The Shadow Rising was too damn long. Although it is a good read, the length turned me off and soured my enjoyment of the story. This might seem like unnecessary ranting since I’ve completed the first three books in the series, which are all hefty, and read the prequel of the series shortly after completing The Shadow Rising. But for some silly reason I thought (or convinced myself) that by the fourth book Jordan would realize how unnecessary it is to make his books so long for no reason. I should have known better. The length of the series should have been an indicator that Jordan never realized that he was going overboard with length.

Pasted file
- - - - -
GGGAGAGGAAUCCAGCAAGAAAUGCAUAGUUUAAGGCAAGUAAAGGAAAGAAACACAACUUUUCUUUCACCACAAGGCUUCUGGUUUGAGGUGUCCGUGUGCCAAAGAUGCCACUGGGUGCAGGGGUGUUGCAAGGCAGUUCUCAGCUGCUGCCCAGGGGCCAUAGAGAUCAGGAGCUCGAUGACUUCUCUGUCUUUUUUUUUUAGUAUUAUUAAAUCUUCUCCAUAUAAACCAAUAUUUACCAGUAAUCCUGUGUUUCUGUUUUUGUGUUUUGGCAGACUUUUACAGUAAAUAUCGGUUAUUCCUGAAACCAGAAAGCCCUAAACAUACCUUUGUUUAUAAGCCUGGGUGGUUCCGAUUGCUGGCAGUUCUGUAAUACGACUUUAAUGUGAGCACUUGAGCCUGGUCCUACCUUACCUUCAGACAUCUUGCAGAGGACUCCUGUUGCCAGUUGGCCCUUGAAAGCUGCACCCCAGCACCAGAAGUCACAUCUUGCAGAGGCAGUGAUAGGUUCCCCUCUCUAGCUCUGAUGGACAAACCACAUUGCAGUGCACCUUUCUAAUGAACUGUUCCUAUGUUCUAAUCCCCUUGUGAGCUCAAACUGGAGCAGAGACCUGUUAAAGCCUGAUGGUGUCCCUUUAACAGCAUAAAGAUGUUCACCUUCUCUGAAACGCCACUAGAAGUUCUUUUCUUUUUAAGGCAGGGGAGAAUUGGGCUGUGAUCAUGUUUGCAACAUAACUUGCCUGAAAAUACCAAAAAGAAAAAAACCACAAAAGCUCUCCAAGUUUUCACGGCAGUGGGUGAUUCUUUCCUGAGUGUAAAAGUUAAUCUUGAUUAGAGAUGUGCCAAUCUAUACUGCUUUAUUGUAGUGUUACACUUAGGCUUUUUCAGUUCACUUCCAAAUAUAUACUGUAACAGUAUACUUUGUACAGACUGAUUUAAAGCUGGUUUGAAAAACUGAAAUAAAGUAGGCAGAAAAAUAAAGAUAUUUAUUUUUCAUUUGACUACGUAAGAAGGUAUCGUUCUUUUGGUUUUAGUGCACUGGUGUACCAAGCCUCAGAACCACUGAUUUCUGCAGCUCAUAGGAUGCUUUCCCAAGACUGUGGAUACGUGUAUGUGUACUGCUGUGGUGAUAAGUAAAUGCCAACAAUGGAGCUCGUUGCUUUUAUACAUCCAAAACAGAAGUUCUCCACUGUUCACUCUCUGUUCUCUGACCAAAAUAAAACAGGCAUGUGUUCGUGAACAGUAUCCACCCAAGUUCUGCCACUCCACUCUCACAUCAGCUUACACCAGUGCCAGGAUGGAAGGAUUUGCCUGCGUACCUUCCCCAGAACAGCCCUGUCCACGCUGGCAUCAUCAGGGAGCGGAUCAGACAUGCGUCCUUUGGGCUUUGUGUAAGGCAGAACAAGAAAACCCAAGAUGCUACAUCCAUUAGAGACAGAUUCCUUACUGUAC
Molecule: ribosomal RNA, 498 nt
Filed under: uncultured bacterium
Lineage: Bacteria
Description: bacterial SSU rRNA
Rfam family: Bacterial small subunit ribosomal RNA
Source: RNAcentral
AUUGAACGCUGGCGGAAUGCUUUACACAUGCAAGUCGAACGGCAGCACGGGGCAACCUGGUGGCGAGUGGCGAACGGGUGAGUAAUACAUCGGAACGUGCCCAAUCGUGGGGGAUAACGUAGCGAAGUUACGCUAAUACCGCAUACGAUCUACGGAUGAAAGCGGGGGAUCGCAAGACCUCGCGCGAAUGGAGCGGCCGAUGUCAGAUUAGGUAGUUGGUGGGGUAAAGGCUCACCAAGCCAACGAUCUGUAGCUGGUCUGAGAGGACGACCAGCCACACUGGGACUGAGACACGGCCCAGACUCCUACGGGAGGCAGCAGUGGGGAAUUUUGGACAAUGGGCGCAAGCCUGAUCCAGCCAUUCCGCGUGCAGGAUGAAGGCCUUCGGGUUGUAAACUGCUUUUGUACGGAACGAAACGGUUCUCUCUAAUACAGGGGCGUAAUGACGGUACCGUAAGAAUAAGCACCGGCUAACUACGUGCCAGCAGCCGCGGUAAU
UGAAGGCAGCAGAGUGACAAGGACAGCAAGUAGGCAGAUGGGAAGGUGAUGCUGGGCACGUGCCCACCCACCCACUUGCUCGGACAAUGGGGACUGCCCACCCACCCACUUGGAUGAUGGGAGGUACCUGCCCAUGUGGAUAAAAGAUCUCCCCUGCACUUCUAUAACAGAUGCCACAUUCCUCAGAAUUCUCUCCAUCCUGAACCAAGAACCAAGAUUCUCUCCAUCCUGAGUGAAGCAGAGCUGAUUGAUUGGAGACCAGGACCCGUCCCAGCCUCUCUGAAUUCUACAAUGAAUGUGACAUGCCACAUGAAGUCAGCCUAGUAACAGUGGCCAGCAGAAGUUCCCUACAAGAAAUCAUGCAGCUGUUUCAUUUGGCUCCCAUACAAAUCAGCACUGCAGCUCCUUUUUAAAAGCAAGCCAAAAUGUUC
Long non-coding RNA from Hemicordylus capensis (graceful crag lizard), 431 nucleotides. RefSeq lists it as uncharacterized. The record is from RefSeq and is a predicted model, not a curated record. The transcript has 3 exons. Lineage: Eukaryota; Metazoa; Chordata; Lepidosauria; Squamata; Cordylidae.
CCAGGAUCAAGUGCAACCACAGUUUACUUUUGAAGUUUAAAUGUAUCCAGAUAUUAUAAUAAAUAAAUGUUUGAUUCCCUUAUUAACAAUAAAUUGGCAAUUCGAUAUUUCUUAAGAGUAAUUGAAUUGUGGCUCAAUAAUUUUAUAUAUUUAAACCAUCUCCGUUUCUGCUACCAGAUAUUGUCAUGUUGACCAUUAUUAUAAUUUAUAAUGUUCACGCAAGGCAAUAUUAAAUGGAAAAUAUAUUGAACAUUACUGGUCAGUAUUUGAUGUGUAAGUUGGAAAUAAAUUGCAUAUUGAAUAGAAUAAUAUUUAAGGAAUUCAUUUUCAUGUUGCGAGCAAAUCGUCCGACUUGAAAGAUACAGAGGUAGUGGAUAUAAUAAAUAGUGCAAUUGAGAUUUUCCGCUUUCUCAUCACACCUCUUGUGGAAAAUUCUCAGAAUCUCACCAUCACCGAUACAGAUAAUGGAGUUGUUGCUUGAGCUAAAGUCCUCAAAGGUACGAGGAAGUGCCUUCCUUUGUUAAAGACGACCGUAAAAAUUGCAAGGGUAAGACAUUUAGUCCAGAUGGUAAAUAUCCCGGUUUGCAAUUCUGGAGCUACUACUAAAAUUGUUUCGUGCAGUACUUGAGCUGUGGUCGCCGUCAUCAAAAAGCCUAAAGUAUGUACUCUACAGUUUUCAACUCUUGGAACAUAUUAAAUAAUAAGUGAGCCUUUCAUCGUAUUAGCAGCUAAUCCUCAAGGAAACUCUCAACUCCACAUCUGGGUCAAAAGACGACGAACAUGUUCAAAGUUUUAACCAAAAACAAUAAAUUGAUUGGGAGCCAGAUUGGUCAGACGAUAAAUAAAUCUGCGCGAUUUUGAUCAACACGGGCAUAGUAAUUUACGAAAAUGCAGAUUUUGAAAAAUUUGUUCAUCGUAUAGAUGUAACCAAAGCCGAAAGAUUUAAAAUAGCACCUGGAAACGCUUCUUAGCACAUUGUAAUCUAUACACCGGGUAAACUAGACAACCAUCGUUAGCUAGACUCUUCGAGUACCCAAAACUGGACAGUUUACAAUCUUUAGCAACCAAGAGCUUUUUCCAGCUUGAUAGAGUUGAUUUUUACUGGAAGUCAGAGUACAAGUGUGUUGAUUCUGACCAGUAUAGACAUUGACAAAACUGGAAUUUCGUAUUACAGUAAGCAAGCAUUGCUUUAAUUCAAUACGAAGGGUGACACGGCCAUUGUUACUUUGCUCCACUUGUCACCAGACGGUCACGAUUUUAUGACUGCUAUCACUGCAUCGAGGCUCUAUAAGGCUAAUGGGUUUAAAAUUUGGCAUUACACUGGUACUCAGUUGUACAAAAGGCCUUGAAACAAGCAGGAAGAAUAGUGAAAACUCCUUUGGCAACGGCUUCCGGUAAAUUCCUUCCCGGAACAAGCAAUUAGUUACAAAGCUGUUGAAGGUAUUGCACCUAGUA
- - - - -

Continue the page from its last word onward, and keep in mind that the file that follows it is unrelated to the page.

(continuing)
Despite that, this installment of the Wheel of Time series was great in that we learn more about this fantasy world as we see it begin to change. We see a bit more of the Aiel and learn their history; we realize how corrupt the White Tower is, or rather, how divided it is; and we see Perrin become the leader he is destined to be. We pick up with everyone (Rand, Perrin, Mat, Moiraine, Lan, Nynaeve, Elayne, Egwene, Faile, Loial, Thom) in Tear. Rand has Callandor and is trying to control his power while staving off Moiraine’s influence, rule Tear, and keep some of the Forsaken at bay. Mat wants to leave Tear but can’t because of Rand’s pull as a ta’veren. Perrin wants to return to Two Rivers to help his people, who are being attacked by White Cloaks and trollocs, but wants to protect Faile as well. So, for the while, they dawdle.